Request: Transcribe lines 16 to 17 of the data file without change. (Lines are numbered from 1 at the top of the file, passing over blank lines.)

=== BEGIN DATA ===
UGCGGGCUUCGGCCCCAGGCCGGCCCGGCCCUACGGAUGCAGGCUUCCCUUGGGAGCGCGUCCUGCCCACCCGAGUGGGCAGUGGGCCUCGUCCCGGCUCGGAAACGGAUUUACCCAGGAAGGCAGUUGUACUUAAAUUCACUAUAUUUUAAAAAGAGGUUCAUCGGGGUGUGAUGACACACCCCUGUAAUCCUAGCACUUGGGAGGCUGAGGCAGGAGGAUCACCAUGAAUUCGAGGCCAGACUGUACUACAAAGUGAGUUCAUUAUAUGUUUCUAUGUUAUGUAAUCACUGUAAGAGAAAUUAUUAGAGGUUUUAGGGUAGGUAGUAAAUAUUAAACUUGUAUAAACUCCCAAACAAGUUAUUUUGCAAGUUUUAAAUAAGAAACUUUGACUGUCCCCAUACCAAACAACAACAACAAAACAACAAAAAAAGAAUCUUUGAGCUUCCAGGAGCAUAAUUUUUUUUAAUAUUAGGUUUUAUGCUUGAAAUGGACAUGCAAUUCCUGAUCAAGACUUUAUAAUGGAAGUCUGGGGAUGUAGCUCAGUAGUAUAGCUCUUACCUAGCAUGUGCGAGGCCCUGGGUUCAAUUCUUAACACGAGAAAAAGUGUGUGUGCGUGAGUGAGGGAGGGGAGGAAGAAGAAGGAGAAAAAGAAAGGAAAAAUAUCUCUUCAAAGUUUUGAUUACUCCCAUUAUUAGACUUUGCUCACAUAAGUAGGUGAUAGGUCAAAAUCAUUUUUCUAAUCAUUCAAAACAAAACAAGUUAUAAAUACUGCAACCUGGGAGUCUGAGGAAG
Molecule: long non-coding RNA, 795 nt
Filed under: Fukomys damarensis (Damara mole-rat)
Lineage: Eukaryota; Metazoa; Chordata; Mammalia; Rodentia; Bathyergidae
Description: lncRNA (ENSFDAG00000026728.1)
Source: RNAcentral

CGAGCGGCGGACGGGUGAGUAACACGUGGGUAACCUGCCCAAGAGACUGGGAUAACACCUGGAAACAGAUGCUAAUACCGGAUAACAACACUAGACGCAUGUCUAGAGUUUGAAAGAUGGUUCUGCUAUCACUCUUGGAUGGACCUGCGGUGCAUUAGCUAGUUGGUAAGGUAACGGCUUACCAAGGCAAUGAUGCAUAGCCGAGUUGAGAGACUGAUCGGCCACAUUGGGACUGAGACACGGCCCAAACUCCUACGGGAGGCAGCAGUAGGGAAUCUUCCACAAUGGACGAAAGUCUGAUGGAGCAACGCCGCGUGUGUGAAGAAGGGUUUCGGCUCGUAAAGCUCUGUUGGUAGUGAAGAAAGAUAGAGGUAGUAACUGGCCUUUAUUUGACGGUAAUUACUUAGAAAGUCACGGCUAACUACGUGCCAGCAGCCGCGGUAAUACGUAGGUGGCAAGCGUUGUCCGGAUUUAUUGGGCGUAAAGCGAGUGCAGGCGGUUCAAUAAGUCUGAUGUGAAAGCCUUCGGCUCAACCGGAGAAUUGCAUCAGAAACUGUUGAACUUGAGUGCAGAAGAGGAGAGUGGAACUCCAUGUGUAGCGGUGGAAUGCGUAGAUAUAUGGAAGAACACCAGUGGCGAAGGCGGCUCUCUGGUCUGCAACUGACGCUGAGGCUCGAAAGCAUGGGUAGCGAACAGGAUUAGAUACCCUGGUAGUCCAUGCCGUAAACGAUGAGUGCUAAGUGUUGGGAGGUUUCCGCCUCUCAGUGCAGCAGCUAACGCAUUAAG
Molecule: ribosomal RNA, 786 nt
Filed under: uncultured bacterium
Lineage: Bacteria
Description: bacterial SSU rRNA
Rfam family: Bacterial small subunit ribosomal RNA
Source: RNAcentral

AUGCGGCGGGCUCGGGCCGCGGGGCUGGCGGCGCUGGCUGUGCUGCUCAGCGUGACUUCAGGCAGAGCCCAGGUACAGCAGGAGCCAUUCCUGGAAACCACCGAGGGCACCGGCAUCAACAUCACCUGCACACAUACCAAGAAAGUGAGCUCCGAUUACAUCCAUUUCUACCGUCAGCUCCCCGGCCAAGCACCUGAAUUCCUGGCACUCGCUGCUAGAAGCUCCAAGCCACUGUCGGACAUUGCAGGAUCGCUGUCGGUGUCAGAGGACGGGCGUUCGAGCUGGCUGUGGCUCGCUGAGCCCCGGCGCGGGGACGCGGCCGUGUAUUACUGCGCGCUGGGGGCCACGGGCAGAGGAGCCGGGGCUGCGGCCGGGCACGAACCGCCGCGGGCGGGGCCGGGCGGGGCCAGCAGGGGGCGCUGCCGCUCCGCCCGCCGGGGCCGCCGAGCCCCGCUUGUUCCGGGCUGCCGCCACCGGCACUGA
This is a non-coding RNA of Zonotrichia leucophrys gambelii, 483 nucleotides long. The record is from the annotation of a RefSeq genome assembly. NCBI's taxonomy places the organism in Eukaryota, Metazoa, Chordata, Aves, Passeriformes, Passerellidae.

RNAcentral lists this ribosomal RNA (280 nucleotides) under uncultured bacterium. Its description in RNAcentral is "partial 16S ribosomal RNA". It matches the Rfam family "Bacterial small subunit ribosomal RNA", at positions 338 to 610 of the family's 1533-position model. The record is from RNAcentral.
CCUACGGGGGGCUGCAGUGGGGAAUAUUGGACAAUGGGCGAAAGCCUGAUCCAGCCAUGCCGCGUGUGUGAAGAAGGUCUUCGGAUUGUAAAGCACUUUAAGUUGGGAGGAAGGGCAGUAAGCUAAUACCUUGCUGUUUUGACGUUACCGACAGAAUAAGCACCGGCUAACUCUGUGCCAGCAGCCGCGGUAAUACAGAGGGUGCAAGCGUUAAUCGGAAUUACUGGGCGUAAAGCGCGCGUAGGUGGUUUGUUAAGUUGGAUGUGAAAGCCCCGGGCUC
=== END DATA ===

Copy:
RNAcentral lists this ribosomal RNA (280 nucleotides) under uncultured bacterium. Its description in RNAcentral is "partial 16S ribosomal RNA". It matches the Rfam family "Bacterial small subunit ribosomal RNA", at positions 338 to 610 of the family's 1533-position model. The record is from RNAcentral.
CCUACGGGGGGCUGCAGUGGGGAAUAUUGGACAAUGGGCGAAAGCCUGAUCCAGCCAUGCCGCGUGUGUGAAGAAGGUCUUCGGAUUGUAAAGCACUUUAAGUUGGGAGGAAGGGCAGUAAGCUAAUACCUUGCUGUUUUGACGUUACCGACAGAAUAAGCACCGGCUAACUCUGUGCCAGCAGCCGCGGUAAUACAGAGGGUGCAAGCGUUAAUCGGAAUUACUGGGCGUAAAGCGCGCGUAGGUGGUUUGUUAAGUUGGAUGUGAAAGCCCCGGGCUC